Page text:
It’s tough when you try to walk-on. The tryouts were like an all-star game. Everybody was trying to show off their skills; people shot the ball as soon as they crossed half-court. At the time, I was a pretty good jumper for a 6’1" kid so I could block shots and rebound. I figured I’d defend and rebound and let them see how well I could perform without shooting the basketball.
On the second day they split us into groups and had us play. There was a guy who showed up the second day. At first I thought, "He’s going to make the team, and he hasn’t even gone through the full tryout." But, it turns out that it was Jimmy Counce’s cousin. He had no interest in trying out for the team, but [then-Assistant] Coach [Pat] Foster brought him out to help distribute the ball evenly so we could all shoot.
When we finished, Coach Foster picked five of us and said for us to join the team on the first day of practice. We hadn't made the team yet, but they wanted to see how we'd compete with the real players.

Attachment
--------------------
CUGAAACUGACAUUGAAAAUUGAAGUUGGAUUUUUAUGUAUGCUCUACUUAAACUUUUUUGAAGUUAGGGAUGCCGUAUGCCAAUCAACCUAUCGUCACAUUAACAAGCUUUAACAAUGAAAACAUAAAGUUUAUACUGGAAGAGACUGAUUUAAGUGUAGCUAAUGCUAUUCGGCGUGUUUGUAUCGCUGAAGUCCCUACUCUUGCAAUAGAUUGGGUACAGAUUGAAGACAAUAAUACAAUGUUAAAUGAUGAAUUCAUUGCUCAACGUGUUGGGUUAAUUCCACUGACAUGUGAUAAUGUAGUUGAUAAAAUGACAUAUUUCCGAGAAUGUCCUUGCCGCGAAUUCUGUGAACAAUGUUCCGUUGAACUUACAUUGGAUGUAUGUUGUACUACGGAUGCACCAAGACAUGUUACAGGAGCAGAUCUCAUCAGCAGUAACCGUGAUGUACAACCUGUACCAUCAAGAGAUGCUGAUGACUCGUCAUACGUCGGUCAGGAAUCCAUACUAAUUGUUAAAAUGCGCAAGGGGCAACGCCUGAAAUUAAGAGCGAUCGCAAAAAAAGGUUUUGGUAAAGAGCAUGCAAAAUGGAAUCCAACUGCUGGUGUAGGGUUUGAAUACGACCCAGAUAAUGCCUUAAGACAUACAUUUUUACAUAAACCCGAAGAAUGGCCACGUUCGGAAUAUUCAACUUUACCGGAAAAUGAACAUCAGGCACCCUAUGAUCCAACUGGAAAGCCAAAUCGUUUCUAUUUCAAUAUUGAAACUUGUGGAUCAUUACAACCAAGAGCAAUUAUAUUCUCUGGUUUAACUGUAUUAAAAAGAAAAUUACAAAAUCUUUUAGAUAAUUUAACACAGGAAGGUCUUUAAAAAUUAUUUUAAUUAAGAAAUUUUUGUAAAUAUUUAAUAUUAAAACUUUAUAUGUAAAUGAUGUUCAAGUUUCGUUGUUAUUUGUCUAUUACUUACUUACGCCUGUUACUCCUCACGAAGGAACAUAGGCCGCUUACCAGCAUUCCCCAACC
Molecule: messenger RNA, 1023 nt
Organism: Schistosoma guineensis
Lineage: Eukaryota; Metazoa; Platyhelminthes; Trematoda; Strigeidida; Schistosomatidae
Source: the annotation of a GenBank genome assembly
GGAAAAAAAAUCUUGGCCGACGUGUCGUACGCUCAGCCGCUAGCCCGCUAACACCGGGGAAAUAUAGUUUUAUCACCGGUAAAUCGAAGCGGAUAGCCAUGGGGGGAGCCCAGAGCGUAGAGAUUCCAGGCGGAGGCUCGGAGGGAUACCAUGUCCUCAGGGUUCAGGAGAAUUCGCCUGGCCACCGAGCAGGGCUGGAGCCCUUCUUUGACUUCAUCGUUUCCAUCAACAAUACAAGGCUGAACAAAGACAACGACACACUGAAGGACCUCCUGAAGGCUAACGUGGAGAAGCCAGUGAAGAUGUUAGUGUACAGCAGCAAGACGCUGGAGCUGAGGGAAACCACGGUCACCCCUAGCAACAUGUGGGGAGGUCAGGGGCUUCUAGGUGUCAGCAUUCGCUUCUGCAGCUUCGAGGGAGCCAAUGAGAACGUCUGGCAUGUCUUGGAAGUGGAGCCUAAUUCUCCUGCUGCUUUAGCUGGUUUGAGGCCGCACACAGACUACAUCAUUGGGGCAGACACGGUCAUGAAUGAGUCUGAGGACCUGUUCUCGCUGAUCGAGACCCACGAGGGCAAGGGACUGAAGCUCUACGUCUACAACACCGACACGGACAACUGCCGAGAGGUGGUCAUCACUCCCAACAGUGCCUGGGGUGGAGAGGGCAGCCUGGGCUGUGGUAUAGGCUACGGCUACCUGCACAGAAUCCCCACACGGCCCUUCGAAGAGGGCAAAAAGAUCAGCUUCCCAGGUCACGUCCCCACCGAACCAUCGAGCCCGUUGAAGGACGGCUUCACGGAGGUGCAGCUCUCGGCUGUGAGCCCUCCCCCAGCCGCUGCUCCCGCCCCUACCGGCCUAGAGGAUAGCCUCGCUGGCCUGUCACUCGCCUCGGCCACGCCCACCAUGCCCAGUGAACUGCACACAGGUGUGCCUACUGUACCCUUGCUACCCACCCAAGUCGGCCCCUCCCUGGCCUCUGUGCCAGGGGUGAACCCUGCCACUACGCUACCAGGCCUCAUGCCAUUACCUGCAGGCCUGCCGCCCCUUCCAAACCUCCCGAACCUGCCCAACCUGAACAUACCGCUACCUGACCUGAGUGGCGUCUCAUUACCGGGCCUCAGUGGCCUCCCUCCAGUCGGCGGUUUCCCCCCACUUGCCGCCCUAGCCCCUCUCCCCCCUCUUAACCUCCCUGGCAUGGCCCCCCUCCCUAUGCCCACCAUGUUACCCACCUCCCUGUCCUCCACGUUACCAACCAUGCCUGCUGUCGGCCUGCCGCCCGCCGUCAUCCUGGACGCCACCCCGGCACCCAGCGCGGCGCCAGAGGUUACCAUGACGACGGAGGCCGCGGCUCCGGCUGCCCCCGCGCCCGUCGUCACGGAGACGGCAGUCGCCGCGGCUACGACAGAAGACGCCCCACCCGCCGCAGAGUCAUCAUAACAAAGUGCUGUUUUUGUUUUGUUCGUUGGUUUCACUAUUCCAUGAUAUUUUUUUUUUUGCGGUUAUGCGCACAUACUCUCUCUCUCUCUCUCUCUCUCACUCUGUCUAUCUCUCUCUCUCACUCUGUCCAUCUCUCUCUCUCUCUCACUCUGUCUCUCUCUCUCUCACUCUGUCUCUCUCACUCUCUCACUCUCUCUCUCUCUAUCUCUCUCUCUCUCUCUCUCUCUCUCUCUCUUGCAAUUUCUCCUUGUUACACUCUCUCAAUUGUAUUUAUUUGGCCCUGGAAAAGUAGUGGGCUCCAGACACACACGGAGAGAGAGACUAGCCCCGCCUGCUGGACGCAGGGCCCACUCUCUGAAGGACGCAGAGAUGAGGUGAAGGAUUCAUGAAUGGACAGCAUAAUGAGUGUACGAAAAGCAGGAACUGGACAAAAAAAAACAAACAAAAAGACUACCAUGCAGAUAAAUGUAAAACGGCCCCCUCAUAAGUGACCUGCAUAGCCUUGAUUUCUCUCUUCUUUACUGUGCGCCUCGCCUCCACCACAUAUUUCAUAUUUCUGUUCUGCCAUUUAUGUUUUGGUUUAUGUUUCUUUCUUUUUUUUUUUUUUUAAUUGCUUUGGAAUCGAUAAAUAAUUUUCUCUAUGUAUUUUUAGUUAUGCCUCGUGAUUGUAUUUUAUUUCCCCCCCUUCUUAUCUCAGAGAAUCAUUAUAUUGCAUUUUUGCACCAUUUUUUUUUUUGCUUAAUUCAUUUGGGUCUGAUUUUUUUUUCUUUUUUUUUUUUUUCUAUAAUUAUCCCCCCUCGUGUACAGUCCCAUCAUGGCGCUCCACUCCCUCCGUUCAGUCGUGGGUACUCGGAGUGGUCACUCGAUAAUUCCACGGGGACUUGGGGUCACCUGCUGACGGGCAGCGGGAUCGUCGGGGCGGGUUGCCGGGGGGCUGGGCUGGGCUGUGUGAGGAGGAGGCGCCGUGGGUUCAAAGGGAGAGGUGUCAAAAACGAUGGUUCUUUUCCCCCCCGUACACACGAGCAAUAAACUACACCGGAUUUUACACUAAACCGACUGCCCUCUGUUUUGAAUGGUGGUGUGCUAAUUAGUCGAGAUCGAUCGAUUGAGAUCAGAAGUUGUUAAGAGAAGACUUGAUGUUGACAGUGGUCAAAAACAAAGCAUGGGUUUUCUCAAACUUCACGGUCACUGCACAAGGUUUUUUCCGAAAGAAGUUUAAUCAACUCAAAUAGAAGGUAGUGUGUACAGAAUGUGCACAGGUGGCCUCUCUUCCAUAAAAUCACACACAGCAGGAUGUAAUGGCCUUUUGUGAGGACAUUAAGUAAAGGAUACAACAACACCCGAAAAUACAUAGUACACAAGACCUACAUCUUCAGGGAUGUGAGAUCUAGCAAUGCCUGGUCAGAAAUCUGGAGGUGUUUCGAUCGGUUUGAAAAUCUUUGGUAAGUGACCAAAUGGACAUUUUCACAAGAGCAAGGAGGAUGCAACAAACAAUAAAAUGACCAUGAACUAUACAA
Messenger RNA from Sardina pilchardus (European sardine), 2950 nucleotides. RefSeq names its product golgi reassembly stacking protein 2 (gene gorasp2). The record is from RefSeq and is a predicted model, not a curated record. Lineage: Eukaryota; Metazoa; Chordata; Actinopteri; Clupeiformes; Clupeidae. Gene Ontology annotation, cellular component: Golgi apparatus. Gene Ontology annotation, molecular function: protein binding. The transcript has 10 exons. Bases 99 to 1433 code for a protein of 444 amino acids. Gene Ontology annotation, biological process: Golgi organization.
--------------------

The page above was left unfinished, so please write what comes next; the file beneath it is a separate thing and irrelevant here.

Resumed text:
I had actually already met the team: Before the tryouts, I would go to the track and run, and that happened to be the same time the basketball team was running. [Then-Assistant] Coach [Bob] Cleveland said I could run with the team so that I wouldn't be in their way and they wouldn't be in my way, and that's how we met. He didn't even know that I was going to try out for the basketball team at that time. He could have told me to get lost, but he didn't do that.
So, we practiced with the team for about a week, and after each day another guy would be let go. Finally I was the last one there, and Coach Cleveland came over and said they'd never kept a walk-on before, and they liked the way I played but that Coach Sutton probably was going to cut me.
I went in the next day thinking it was my last time, and that it had been fun. I went into that practice thinking that if it was going to be my last day of organized basketball, I should make it a good one. I was jumping around, blocking shots like crazy.
I was blocking everyone's shots – Moncrief’s, everybody. At one point, Coach Sutton yelled, "Eugene! Don't you know that's called goaltending!" That’s the first time I knew he knew my name.